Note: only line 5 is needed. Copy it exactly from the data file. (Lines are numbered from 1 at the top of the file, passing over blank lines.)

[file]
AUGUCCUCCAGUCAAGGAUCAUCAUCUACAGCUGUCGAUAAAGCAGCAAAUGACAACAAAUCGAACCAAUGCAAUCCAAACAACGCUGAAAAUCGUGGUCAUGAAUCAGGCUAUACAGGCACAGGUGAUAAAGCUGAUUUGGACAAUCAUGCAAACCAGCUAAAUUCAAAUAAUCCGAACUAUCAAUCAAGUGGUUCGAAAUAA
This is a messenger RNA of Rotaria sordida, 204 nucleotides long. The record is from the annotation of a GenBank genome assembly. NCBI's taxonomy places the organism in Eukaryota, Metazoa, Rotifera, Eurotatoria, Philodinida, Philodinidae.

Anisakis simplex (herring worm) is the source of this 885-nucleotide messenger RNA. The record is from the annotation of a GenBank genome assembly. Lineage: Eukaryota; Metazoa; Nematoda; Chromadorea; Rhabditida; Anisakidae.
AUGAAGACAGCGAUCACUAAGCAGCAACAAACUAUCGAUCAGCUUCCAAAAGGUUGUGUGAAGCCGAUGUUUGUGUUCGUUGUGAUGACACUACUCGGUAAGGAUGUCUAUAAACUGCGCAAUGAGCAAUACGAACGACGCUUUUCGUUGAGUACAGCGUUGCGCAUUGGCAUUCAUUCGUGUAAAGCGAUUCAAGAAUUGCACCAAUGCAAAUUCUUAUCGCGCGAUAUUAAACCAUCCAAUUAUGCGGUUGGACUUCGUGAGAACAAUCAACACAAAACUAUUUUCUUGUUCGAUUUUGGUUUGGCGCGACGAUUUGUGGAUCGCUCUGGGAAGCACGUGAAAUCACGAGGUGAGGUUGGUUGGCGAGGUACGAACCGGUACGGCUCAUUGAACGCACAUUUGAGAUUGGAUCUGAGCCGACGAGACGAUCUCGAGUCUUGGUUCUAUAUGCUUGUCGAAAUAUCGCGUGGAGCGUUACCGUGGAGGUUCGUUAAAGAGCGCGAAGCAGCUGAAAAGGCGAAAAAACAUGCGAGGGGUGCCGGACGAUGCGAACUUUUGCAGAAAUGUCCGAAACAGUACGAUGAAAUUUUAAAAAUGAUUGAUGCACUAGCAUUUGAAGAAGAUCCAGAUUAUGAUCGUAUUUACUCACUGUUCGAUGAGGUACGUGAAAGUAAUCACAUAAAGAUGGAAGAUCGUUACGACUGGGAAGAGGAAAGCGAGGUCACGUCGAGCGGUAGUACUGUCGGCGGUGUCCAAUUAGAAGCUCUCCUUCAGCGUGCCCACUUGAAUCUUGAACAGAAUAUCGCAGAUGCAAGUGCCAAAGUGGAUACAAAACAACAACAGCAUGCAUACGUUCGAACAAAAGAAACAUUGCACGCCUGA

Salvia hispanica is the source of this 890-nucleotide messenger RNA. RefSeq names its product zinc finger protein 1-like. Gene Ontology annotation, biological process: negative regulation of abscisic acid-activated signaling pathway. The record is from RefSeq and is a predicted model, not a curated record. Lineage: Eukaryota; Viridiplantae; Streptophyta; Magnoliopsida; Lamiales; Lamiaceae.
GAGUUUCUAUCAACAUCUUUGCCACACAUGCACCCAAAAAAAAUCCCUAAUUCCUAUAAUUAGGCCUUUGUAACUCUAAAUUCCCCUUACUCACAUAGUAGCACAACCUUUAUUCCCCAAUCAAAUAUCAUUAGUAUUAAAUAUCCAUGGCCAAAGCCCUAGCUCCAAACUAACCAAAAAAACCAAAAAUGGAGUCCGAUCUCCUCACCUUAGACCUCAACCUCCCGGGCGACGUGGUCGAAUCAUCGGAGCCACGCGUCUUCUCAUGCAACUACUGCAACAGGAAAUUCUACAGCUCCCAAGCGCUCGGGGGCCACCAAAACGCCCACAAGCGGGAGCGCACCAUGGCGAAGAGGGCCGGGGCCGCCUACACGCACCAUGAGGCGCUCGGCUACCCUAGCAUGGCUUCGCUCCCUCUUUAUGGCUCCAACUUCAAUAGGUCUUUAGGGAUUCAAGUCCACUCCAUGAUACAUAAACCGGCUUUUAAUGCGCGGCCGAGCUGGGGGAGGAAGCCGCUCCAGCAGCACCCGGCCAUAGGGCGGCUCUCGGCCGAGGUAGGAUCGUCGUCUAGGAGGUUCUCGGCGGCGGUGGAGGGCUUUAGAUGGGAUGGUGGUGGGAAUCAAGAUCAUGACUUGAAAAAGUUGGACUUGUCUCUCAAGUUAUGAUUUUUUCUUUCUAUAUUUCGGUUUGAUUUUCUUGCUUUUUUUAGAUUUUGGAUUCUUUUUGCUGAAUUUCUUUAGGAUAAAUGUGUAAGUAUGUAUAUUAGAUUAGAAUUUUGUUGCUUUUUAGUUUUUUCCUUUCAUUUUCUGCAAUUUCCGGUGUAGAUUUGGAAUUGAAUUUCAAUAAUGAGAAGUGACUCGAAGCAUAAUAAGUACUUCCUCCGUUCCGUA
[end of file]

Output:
Salvia hispanica is the source of this 890-nucleotide messenger RNA. RefSeq names its product zinc finger protein 1-like. Gene Ontology annotation, biological process: negative regulation of abscisic acid-activated signaling pathway. The record is from RefSeq and is a predicted model, not a curated record. Lineage: Eukaryota; Viridiplantae; Streptophyta; Magnoliopsida; Lamiales; Lamiaceae.